For some golfers standing on a tee box is the best part of the game. You have the open fairway in front of you, and you can’t wait to stripe one down the middle.

For others, the driver is a nightmare. If you are someone who struggles with finding the center of the fairway, choking down can increase overall confidence.

I’ve also found that many senior golfers benefit greatly from easing up on the shaft just a bit – especially when they are swinging the right type of driver.

This is certainly one of the better positives of choking down (or choking up, they are the same) on a driver.

Why Choke Up On A Driver?

As you can see from the impacts of choking up on driver, not everything about this is positive. I’ve choked down on a driver many times throughout my golf career, but there are a few times that I feel it is necessary and helpful to do it.

Grip your hands down on the golf club

You Are Hitting A Driver Into The Wind and Trying To Keep It Low

Playing a driver into the wind can cause it to go up too high in the air and almost push back towards you. Depending on the speed of the wind, expect to get 10-30 yards less on your drives. 

However, if you can hit the ball lower, you may be able to get as much distance as you normally do. Even if it’s just 5-10 yards less, on a windy day, you can call this a win.

I have used the method of choking down on driver when playing golf in the wind, and it is effective.

New Players Choke Down On Driver For Control

The driver can be a lot to manage. If you are at the driving range for the first time as a new player and feel the need for more control and consistency, choking down on the club is certainly an option.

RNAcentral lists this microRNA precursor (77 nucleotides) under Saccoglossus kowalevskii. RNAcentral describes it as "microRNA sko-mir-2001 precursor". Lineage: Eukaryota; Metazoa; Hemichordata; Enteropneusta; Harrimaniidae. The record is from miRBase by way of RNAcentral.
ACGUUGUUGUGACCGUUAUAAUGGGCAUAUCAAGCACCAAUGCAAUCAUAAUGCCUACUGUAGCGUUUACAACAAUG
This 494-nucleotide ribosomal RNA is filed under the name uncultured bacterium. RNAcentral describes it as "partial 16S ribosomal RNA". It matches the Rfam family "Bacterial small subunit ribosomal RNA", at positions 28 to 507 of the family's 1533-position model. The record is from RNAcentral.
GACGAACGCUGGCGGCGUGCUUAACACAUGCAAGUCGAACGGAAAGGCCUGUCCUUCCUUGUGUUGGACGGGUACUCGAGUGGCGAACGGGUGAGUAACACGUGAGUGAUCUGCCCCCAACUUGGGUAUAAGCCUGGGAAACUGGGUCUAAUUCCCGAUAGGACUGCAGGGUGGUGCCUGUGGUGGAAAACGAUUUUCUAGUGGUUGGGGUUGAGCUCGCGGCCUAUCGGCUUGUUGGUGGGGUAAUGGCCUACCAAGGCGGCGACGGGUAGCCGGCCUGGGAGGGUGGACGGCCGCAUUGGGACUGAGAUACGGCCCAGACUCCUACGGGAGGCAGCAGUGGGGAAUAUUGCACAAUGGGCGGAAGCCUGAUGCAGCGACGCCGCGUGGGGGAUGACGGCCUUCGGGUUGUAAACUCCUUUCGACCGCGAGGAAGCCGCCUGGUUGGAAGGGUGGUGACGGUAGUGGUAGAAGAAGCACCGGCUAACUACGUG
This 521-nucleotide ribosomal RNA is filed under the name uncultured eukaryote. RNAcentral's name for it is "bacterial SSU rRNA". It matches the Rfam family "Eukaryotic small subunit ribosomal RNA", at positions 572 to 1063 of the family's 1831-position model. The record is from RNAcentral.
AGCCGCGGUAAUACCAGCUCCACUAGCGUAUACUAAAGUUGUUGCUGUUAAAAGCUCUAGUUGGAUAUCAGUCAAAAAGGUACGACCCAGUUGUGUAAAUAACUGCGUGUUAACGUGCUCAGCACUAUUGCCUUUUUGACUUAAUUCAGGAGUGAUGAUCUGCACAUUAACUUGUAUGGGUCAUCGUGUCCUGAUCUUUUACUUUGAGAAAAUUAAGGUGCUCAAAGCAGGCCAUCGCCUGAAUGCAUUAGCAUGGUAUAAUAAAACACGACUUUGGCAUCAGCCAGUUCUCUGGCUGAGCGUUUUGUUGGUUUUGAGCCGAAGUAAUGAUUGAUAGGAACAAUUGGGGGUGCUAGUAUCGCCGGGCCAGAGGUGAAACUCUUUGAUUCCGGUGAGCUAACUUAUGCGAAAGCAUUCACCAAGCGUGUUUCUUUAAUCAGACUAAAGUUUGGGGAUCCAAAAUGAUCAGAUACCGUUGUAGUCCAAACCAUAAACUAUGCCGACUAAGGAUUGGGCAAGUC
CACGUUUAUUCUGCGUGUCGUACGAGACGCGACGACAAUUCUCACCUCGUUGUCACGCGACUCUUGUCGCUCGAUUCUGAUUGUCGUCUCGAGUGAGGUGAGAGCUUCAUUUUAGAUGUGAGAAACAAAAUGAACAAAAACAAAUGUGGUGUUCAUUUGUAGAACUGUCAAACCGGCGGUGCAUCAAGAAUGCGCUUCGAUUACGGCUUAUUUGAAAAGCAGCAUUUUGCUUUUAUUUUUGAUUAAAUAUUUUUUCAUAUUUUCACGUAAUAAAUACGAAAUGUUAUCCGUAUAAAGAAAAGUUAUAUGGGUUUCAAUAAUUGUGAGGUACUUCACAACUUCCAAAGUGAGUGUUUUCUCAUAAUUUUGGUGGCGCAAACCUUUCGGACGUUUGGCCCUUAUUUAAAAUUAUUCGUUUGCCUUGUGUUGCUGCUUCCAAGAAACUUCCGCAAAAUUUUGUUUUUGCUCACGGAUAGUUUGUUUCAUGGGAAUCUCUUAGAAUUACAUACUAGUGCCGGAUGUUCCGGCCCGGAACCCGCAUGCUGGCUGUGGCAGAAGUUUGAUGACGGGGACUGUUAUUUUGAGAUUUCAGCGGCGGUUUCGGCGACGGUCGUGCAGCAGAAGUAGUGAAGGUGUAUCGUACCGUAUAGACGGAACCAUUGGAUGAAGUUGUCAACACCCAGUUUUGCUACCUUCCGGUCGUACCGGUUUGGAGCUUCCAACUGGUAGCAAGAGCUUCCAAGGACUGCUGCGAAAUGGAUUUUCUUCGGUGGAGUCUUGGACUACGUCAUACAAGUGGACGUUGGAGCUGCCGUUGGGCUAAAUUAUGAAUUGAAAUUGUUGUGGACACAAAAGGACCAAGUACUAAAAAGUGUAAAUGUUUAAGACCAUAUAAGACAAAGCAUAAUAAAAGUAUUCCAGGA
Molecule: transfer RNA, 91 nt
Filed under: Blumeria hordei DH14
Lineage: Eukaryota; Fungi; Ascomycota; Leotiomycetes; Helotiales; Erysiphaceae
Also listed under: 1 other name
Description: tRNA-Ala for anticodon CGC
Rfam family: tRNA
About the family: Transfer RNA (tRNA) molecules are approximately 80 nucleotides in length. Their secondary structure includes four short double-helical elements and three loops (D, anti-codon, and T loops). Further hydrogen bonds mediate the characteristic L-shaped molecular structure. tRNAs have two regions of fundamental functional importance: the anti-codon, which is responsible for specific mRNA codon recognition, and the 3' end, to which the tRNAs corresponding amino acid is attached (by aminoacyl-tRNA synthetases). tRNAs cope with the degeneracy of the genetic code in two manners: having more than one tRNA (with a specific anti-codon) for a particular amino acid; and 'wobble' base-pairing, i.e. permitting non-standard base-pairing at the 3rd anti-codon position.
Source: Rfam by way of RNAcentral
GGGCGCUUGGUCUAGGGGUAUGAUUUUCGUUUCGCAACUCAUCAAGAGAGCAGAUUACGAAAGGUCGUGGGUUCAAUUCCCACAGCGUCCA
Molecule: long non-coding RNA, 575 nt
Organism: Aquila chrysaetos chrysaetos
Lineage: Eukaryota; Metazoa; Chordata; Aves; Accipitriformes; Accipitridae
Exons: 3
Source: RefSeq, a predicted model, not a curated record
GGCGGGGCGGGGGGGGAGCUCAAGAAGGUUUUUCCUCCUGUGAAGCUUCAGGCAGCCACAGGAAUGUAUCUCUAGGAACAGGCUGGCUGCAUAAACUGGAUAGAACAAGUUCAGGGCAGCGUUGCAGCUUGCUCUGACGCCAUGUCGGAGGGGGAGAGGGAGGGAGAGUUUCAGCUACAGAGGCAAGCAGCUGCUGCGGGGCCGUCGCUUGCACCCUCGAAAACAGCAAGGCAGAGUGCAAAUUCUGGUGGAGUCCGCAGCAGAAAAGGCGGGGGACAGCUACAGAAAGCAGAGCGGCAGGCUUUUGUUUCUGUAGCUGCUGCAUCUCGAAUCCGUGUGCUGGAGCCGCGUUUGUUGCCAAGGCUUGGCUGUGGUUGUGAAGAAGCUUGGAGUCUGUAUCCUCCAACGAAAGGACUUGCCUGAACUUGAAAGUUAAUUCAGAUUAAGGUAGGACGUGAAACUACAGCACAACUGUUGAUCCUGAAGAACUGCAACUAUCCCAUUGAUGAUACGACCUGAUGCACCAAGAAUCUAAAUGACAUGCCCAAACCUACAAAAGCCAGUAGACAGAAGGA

For many new players, the only way to find the sweet spot is to do this for a few practice sessions until the driver feels less awkward.

When Working On Golf Course Management

Some golf holes are tight. You may have water down the left and right sides, and hitting a driver that lands in the middle may seem like a daunting task. Remember that choking down on the driver does create less spin, and it may keep you in the fairway.

Always consider the positives and negatives of choking down on the driver before playing it, especially if you struggle with a slicing driver.

How Far Should You Be Choking Down On Driver?

Now that you have a better idea of when to use the choke down driver shot, let’s look at how far you should choke down on the club. One of the biggest mistakes golfers make is to over correct or exaggerate a slight change in the swing; you won’t want to do this here.

When you choke down on the club, the club swing weight will change a bit; in addition, the shaft can feel stiffer. The combination of these two leaves you swinging a club head that feels heavy.

Shot of man teeing off while choking down

I would choke down about a half inch from the top of the driver grip and then, from there, choke down further if it seems to have no impact on the golf shot you hit.

Slower swing speed players must be especially careful how far they choke down; you could throw off your golf tempo and total distance by choking down too much on the club.


One of the great things about choking down on a driver is that it’s a simple adjustment; if you don’t like it, you can always switch back. I’ve had a lot of success choking up on clubs like a sand wedge or a pitching wedge, but the shorter driver swing is a bit more difficult to get down.

Should I choke down on my driver?

It is completely acceptable should you choke down on your driver, but expect a lower trajectory, loss of a little distance, and a slightly slower swing speed. You may remember PGA pro Anthony Kim choking down on driver, so there are a few exceptions to the rule.